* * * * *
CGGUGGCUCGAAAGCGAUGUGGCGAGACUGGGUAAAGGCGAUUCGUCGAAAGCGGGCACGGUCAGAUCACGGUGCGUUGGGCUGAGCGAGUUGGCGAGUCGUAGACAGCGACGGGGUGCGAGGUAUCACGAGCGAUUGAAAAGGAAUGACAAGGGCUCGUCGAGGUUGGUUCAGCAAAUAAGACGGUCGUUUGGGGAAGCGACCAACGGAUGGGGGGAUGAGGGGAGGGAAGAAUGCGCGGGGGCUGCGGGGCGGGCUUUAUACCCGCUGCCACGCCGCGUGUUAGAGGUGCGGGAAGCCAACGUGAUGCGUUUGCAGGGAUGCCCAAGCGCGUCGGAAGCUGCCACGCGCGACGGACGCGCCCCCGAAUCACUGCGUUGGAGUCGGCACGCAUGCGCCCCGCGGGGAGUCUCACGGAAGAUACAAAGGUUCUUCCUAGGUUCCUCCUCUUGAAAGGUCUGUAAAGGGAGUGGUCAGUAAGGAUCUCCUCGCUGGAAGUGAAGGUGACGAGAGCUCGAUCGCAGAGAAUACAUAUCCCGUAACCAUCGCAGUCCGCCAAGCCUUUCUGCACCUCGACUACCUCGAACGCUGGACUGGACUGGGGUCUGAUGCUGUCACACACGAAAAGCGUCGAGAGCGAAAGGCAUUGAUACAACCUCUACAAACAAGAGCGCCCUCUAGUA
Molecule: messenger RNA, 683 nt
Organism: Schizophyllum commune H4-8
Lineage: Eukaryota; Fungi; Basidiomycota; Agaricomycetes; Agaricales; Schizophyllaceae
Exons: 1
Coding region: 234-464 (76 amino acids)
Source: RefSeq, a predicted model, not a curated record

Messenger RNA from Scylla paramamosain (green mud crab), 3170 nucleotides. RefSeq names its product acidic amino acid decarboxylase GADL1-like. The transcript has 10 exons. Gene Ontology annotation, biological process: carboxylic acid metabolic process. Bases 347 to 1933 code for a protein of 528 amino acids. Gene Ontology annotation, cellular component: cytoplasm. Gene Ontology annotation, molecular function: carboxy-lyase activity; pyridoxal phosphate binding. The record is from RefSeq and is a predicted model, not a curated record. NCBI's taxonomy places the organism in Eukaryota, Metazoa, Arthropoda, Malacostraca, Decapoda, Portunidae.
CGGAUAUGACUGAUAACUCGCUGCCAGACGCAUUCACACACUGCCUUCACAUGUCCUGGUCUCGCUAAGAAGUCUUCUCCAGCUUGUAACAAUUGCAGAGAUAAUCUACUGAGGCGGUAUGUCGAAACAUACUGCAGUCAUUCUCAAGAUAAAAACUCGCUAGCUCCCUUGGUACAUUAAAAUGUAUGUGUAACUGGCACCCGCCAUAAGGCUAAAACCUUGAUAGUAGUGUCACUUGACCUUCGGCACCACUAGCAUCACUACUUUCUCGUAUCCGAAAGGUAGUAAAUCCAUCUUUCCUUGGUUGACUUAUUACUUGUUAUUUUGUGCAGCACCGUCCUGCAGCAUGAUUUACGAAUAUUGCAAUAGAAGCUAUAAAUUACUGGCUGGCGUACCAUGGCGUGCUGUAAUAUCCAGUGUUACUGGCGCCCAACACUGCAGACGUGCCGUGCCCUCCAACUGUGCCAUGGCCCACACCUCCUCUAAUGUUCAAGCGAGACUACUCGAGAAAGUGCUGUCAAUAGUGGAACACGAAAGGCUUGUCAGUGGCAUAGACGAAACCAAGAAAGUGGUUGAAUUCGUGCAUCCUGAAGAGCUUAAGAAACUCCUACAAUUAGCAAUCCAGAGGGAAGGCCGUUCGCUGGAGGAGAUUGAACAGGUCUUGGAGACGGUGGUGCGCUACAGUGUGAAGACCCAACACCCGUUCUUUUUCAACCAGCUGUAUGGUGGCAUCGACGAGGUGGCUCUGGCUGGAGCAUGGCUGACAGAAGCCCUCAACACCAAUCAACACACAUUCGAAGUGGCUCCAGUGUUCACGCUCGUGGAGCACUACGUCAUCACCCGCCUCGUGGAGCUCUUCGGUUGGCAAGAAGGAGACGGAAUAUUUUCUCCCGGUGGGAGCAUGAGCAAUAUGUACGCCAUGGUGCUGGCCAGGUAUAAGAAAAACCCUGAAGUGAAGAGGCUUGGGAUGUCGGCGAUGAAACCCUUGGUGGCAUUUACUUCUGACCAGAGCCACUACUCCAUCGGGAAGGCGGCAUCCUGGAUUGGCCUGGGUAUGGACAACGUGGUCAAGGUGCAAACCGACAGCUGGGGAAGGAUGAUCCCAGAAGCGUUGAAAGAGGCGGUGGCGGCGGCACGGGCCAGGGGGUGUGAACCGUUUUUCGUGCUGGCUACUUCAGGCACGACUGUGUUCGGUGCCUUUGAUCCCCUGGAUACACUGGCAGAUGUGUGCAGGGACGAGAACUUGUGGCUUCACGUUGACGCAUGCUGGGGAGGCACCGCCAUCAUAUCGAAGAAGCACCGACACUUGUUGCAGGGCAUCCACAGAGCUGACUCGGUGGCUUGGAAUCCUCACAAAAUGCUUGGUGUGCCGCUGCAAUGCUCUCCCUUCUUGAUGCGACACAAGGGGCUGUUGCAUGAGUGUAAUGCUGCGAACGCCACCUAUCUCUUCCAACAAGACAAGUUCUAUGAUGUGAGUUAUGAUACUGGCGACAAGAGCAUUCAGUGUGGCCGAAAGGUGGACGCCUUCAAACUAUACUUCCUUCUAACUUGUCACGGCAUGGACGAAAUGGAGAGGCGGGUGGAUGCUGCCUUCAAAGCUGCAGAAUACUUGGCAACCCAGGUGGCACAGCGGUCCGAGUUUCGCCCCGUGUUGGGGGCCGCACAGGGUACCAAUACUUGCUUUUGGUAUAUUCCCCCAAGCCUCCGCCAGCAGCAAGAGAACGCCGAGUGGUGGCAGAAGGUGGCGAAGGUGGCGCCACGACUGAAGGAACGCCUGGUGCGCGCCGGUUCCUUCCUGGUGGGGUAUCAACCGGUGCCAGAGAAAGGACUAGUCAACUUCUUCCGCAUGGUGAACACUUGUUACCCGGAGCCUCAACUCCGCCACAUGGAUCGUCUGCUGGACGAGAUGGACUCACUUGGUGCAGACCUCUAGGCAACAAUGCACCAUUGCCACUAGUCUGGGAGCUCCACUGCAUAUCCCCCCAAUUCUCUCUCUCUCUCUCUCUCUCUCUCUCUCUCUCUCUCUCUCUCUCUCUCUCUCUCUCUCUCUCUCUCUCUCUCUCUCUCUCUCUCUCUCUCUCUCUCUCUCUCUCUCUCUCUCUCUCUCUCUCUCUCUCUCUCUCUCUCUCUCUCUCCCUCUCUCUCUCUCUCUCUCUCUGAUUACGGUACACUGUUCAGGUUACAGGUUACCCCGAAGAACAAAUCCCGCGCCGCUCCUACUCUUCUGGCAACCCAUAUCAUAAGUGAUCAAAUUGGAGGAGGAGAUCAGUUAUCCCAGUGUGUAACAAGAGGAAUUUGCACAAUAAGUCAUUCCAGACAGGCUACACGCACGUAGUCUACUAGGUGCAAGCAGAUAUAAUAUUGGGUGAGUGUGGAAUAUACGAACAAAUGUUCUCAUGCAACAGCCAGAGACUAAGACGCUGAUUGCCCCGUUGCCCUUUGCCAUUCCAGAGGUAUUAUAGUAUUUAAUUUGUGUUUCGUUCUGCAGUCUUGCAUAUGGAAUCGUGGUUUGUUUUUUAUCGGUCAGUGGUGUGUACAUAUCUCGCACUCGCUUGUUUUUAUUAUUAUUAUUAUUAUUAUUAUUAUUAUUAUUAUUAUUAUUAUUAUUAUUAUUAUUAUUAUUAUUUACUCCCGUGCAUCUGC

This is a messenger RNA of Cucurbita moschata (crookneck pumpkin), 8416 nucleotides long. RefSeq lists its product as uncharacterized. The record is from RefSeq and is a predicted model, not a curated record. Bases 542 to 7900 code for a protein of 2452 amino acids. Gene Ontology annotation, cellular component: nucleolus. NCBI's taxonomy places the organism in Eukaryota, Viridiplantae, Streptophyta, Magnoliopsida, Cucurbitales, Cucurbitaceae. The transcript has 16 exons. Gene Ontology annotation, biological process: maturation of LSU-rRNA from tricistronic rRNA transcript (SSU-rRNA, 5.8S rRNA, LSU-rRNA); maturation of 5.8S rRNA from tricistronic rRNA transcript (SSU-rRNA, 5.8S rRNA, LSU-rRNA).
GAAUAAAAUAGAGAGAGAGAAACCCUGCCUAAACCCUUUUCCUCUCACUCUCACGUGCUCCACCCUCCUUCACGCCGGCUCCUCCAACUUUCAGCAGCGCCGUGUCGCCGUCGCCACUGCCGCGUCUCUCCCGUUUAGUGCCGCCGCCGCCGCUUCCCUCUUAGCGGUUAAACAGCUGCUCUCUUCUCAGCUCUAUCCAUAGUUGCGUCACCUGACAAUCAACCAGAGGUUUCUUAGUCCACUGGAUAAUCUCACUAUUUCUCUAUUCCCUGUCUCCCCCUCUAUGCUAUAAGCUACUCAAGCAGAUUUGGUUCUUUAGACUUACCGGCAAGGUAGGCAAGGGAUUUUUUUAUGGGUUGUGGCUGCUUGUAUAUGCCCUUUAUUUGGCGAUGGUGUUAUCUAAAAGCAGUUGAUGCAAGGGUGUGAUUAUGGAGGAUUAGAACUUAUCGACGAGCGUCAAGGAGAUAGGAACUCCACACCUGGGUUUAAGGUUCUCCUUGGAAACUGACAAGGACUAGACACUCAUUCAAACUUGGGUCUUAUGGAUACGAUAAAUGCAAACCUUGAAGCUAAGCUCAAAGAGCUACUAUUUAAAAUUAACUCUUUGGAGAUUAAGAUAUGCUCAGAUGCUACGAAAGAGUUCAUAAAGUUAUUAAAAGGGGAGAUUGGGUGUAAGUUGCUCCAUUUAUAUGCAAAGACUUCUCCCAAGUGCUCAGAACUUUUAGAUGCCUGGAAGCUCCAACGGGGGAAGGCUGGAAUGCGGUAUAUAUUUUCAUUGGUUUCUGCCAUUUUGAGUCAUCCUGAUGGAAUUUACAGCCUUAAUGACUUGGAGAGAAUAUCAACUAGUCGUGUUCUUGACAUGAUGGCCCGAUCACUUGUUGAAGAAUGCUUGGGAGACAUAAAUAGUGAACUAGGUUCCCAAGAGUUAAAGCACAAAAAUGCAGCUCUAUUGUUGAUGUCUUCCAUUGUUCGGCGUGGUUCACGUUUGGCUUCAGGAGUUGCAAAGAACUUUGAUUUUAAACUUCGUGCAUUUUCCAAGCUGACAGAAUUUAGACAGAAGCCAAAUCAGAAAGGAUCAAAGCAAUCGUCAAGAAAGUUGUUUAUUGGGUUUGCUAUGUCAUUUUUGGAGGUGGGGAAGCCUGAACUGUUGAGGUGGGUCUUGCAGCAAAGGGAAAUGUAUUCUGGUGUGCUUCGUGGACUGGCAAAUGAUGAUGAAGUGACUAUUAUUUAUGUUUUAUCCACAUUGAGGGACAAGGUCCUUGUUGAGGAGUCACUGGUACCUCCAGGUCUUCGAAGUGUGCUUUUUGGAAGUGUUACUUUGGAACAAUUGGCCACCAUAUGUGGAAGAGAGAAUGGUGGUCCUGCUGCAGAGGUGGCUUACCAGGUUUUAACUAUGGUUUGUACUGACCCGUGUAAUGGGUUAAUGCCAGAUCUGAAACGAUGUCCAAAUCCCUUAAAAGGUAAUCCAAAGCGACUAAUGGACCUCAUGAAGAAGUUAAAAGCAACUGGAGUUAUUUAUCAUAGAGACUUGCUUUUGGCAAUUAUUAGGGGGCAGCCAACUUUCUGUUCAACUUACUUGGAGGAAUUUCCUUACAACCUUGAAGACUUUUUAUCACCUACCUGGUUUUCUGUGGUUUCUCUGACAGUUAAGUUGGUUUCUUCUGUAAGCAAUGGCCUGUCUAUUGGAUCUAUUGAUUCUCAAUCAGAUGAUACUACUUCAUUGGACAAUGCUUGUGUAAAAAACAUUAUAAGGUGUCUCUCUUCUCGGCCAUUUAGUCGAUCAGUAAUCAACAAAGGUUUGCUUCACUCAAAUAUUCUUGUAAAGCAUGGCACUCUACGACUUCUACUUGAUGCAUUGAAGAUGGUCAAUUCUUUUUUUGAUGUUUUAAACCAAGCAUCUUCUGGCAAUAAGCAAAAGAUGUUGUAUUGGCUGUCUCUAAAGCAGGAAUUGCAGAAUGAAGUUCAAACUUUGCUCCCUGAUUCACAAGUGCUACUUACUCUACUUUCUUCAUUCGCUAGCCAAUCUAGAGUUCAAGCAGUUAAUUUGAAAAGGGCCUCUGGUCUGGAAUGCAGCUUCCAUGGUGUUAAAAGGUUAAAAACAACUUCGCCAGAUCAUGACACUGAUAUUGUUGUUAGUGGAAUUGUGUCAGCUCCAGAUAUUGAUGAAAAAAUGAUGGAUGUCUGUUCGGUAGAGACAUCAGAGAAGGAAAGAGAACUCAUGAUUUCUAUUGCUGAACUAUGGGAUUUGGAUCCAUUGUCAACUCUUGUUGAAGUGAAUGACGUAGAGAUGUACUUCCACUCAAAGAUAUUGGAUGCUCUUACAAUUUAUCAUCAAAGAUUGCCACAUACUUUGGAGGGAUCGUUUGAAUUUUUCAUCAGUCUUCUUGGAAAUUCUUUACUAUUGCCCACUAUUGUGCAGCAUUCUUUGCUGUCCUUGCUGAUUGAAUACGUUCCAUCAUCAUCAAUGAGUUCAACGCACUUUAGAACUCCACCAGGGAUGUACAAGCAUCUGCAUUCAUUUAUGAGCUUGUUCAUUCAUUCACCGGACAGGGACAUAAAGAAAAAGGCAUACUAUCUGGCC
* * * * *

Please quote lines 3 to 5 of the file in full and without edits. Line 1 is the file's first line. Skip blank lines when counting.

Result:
Organism: Schizophyllum commune H4-8
Lineage: Eukaryota; Fungi; Basidiomycota; Agaricomycetes; Agaricales; Schizophyllaceae
Exons: 1